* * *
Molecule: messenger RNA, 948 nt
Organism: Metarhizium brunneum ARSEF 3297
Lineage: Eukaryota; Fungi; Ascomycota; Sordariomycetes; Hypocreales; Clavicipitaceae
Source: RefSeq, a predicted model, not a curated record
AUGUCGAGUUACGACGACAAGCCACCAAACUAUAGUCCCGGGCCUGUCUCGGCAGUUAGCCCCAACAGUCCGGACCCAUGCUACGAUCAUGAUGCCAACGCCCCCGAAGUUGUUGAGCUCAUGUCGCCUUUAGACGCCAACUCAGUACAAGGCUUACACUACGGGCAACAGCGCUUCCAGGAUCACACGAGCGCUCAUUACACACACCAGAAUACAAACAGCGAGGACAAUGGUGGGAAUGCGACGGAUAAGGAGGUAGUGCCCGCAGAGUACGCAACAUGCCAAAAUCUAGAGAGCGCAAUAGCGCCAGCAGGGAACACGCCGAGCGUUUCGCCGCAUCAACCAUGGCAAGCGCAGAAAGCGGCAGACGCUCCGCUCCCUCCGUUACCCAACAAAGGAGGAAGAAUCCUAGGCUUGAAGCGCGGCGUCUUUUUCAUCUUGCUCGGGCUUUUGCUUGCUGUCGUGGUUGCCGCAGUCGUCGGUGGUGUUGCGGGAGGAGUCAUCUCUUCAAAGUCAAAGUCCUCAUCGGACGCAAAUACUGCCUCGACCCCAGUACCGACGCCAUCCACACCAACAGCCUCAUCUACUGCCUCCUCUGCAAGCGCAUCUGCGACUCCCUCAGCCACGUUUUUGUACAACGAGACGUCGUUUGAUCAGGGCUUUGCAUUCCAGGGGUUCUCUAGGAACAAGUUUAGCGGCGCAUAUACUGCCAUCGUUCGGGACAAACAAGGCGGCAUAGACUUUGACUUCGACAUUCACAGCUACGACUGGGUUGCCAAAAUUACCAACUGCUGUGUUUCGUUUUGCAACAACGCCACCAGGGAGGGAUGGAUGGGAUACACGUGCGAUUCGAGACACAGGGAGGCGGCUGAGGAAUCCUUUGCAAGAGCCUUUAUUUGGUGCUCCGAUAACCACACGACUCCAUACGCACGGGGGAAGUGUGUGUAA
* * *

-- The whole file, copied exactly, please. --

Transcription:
Molecule: messenger RNA, 948 nt
Organism: Metarhizium brunneum ARSEF 3297
Lineage: Eukaryota; Fungi; Ascomycota; Sordariomycetes; Hypocreales; Clavicipitaceae
Source: RefSeq, a predicted model, not a curated record
AUGUCGAGUUACGACGACAAGCCACCAAACUAUAGUCCCGGGCCUGUCUCGGCAGUUAGCCCCAACAGUCCGGACCCAUGCUACGAUCAUGAUGCCAACGCCCCCGAAGUUGUUGAGCUCAUGUCGCCUUUAGACGCCAACUCAGUACAAGGCUUACACUACGGGCAACAGCGCUUCCAGGAUCACACGAGCGCUCAUUACACACACCAGAAUACAAACAGCGAGGACAAUGGUGGGAAUGCGACGGAUAAGGAGGUAGUGCCCGCAGAGUACGCAACAUGCCAAAAUCUAGAGAGCGCAAUAGCGCCAGCAGGGAACACGCCGAGCGUUUCGCCGCAUCAACCAUGGCAAGCGCAGAAAGCGGCAGACGCUCCGCUCCCUCCGUUACCCAACAAAGGAGGAAGAAUCCUAGGCUUGAAGCGCGGCGUCUUUUUCAUCUUGCUCGGGCUUUUGCUUGCUGUCGUGGUUGCCGCAGUCGUCGGUGGUGUUGCGGGAGGAGUCAUCUCUUCAAAGUCAAAGUCCUCAUCGGACGCAAAUACUGCCUCGACCCCAGUACCGACGCCAUCCACACCAACAGCCUCAUCUACUGCCUCCUCUGCAAGCGCAUCUGCGACUCCCUCAGCCACGUUUUUGUACAACGAGACGUCGUUUGAUCAGGGCUUUGCAUUCCAGGGGUUCUCUAGGAACAAGUUUAGCGGCGCAUAUACUGCCAUCGUUCGGGACAAACAAGGCGGCAUAGACUUUGACUUCGACAUUCACAGCUACGACUGGGUUGCCAAAAUUACCAACUGCUGUGUUUCGUUUUGCAACAACGCCACCAGGGAGGGAUGGAUGGGAUACACGUGCGAUUCGAGACACAGGGAGGCGGCUGAGGAAUCCUUUGCAAGAGCCUUUAUUUGGUGCUCCGAUAACCACACGACUCCAUACGCACGGGGGAAGUGUGUGUAA